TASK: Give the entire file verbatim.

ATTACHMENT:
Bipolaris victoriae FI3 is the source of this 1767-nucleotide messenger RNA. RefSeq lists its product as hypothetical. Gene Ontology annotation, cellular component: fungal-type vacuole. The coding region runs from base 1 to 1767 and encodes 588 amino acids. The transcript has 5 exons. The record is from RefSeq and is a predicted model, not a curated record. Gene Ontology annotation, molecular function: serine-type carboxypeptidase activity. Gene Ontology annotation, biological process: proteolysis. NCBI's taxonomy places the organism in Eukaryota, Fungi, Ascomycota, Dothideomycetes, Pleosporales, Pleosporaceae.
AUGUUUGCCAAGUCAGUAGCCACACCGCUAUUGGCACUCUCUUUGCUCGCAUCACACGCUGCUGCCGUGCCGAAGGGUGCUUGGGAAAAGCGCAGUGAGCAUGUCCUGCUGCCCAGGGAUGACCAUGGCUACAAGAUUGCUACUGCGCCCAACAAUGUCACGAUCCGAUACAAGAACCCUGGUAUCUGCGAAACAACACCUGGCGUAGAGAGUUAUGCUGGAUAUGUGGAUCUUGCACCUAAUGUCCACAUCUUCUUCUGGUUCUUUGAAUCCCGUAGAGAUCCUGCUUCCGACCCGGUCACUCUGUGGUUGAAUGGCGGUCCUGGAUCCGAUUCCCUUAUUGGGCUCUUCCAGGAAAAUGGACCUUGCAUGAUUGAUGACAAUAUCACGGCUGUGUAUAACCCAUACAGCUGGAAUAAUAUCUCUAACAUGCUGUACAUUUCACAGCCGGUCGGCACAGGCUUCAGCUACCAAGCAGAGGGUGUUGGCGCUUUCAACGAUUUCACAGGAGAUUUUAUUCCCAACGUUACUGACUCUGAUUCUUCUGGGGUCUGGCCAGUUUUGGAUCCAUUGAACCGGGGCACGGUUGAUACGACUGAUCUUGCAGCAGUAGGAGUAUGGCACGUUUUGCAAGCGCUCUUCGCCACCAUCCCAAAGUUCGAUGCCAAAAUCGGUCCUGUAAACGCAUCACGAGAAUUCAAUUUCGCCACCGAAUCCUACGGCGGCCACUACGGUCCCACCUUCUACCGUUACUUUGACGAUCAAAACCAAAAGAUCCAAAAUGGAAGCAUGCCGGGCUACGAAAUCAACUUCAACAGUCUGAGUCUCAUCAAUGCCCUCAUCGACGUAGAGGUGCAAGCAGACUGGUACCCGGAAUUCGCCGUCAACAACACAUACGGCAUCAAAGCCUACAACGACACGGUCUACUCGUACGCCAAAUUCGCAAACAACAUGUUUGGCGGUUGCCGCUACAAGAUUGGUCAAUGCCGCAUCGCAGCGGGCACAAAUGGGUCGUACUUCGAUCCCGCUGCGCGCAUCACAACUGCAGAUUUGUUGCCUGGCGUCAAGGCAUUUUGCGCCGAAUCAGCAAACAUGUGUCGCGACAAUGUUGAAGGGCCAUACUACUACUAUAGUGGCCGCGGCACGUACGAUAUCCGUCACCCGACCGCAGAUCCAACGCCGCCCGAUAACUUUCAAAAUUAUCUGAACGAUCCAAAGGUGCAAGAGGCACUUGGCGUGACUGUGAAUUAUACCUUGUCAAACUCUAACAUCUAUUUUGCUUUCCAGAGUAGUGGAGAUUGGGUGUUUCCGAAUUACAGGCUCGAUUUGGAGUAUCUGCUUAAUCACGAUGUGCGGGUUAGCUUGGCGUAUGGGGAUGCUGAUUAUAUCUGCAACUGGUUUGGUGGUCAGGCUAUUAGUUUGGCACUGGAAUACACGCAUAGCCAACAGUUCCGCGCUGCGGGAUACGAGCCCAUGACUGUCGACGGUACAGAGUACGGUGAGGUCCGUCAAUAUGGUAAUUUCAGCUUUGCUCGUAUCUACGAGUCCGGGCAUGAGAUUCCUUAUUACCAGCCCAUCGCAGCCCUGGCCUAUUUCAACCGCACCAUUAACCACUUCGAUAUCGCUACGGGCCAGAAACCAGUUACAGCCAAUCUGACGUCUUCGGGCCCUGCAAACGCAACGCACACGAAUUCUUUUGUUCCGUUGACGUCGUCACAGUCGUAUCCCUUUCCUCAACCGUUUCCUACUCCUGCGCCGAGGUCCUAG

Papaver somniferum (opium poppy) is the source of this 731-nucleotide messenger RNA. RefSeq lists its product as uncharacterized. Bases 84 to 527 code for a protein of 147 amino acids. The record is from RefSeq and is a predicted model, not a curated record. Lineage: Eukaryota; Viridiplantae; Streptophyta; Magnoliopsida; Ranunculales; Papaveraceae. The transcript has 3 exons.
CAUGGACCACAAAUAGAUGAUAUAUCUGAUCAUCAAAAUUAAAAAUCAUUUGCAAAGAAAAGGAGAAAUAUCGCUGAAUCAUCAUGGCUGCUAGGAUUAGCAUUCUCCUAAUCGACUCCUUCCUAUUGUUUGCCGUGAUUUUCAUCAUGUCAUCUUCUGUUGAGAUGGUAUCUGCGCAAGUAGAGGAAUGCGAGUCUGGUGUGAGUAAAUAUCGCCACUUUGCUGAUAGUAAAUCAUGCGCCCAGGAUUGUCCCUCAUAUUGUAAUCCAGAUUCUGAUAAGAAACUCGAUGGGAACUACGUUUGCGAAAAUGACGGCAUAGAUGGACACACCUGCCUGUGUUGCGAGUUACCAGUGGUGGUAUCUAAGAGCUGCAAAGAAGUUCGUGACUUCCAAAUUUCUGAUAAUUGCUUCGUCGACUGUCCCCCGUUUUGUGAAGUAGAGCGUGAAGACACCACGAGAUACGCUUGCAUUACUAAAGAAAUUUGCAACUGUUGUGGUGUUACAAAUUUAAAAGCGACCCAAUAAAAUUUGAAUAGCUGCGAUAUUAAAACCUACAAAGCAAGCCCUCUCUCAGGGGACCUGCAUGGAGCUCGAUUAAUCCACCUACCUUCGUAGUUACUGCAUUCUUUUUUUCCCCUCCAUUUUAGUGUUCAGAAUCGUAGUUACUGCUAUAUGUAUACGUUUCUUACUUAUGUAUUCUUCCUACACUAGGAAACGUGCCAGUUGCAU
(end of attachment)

Bipolaris victoriae FI3 is the source of this 1767-nucleotide messenger RNA. RefSeq lists its product as hypothetical. Gene Ontology annotation, cellular component: fungal-type vacuole. The coding region runs from base 1 to 1767 and encodes 588 amino acids. The transcript has 5 exons. The record is from RefSeq and is a predicted model, not a curated record. Gene Ontology annotation, molecular function: serine-type carboxypeptidase activity. Gene Ontology annotation, biological process: proteolysis. NCBI's taxonomy places the organism in Eukaryota, Fungi, Ascomycota, Dothideomycetes, Pleosporales, Pleosporaceae.
AUGUUUGCCAAGUCAGUAGCCACACCGCUAUUGGCACUCUCUUUGCUCGCAUCACACGCUGCUGCCGUGCCGAAGGGUGCUUGGGAAAAGCGCAGUGAGCAUGUCCUGCUGCCCAGGGAUGACCAUGGCUACAAGAUUGCUACUGCGCCCAACAAUGUCACGAUCCGAUACAAGAACCCUGGUAUCUGCGAAACAACACCUGGCGUAGAGAGUUAUGCUGGAUAUGUGGAUCUUGCACCUAAUGUCCACAUCUUCUUCUGGUUCUUUGAAUCCCGUAGAGAUCCUGCUUCCGACCCGGUCACUCUGUGGUUGAAUGGCGGUCCUGGAUCCGAUUCCCUUAUUGGGCUCUUCCAGGAAAAUGGACCUUGCAUGAUUGAUGACAAUAUCACGGCUGUGUAUAACCCAUACAGCUGGAAUAAUAUCUCUAACAUGCUGUACAUUUCACAGCCGGUCGGCACAGGCUUCAGCUACCAAGCAGAGGGUGUUGGCGCUUUCAACGAUUUCACAGGAGAUUUUAUUCCCAACGUUACUGACUCUGAUUCUUCUGGGGUCUGGCCAGUUUUGGAUCCAUUGAACCGGGGCACGGUUGAUACGACUGAUCUUGCAGCAGUAGGAGUAUGGCACGUUUUGCAAGCGCUCUUCGCCACCAUCCCAAAGUUCGAUGCCAAAAUCGGUCCUGUAAACGCAUCACGAGAAUUCAAUUUCGCCACCGAAUCCUACGGCGGCCACUACGGUCCCACCUUCUACCGUUACUUUGACGAUCAAAACCAAAAGAUCCAAAAUGGAAGCAUGCCGGGCUACGAAAUCAACUUCAACAGUCUGAGUCUCAUCAAUGCCCUCAUCGACGUAGAGGUGCAAGCAGACUGGUACCCGGAAUUCGCCGUCAACAACACAUACGGCAUCAAAGCCUACAACGACACGGUCUACUCGUACGCCAAAUUCGCAAACAACAUGUUUGGCGGUUGCCGCUACAAGAUUGGUCAAUGCCGCAUCGCAGCGGGCACAAAUGGGUCGUACUUCGAUCCCGCUGCGCGCAUCACAACUGCAGAUUUGUUGCCUGGCGUCAAGGCAUUUUGCGCCGAAUCAGCAAACAUGUGUCGCGACAAUGUUGAAGGGCCAUACUACUACUAUAGUGGCCGCGGCACGUACGAUAUCCGUCACCCGACCGCAGAUCCAACGCCGCCCGAUAACUUUCAAAAUUAUCUGAACGAUCCAAAGGUGCAAGAGGCACUUGGCGUGACUGUGAAUUAUACCUUGUCAAACUCUAACAUCUAUUUUGCUUUCCAGAGUAGUGGAGAUUGGGUGUUUCCGAAUUACAGGCUCGAUUUGGAGUAUCUGCUUAAUCACGAUGUGCGGGUUAGCUUGGCGUAUGGGGAUGCUGAUUAUAUCUGCAACUGGUUUGGUGGUCAGGCUAUUAGUUUGGCACUGGAAUACACGCAUAGCCAACAGUUCCGCGCUGCGGGAUACGAGCCCAUGACUGUCGACGGUACAGAGUACGGUGAGGUCCGUCAAUAUGGUAAUUUCAGCUUUGCUCGUAUCUACGAGUCCGGGCAUGAGAUUCCUUAUUACCAGCCCAUCGCAGCCCUGGCCUAUUUCAACCGCACCAUUAACCACUUCGAUAUCGCUACGGGCCAGAAACCAGUUACAGCCAAUCUGACGUCUUCGGGCCCUGCAAACGCAACGCACACGAAUUCUUUUGUUCCGUUGACGUCGUCACAGUCGUAUCCCUUUCCUCAACCGUUUCCUACUCCUGCGCCGAGGUCCUAG

Papaver somniferum (opium poppy) is the source of this 731-nucleotide messenger RNA. RefSeq lists its product as uncharacterized. Bases 84 to 527 code for a protein of 147 amino acids. The record is from RefSeq and is a predicted model, not a curated record. Lineage: Eukaryota; Viridiplantae; Streptophyta; Magnoliopsida; Ranunculales; Papaveraceae. The transcript has 3 exons.
CAUGGACCACAAAUAGAUGAUAUAUCUGAUCAUCAAAAUUAAAAAUCAUUUGCAAAGAAAAGGAGAAAUAUCGCUGAAUCAUCAUGGCUGCUAGGAUUAGCAUUCUCCUAAUCGACUCCUUCCUAUUGUUUGCCGUGAUUUUCAUCAUGUCAUCUUCUGUUGAGAUGGUAUCUGCGCAAGUAGAGGAAUGCGAGUCUGGUGUGAGUAAAUAUCGCCACUUUGCUGAUAGUAAAUCAUGCGCCCAGGAUUGUCCCUCAUAUUGUAAUCCAGAUUCUGAUAAGAAACUCGAUGGGAACUACGUUUGCGAAAAUGACGGCAUAGAUGGACACACCUGCCUGUGUUGCGAGUUACCAGUGGUGGUAUCUAAGAGCUGCAAAGAAGUUCGUGACUUCCAAAUUUCUGAUAAUUGCUUCGUCGACUGUCCCCCGUUUUGUGAAGUAGAGCGUGAAGACACCACGAGAUACGCUUGCAUUACUAAAGAAAUUUGCAACUGUUGUGGUGUUACAAAUUUAAAAGCGACCCAAUAAAAUUUGAAUAGCUGCGAUAUUAAAACCUACAAAGCAAGCCCUCUCUCAGGGGACCUGCAUGGAGCUCGAUUAAUCCACCUACCUUCGUAGUUACUGCAUUCUUUUUUUCCCCUCCAUUUUAGUGUUCAGAAUCGUAGUUACUGCUAUAUGUAUACGUUUCUUACUUAUGUAUUCUUCCUACACUAGGAAACGUGCCAGUUGCAU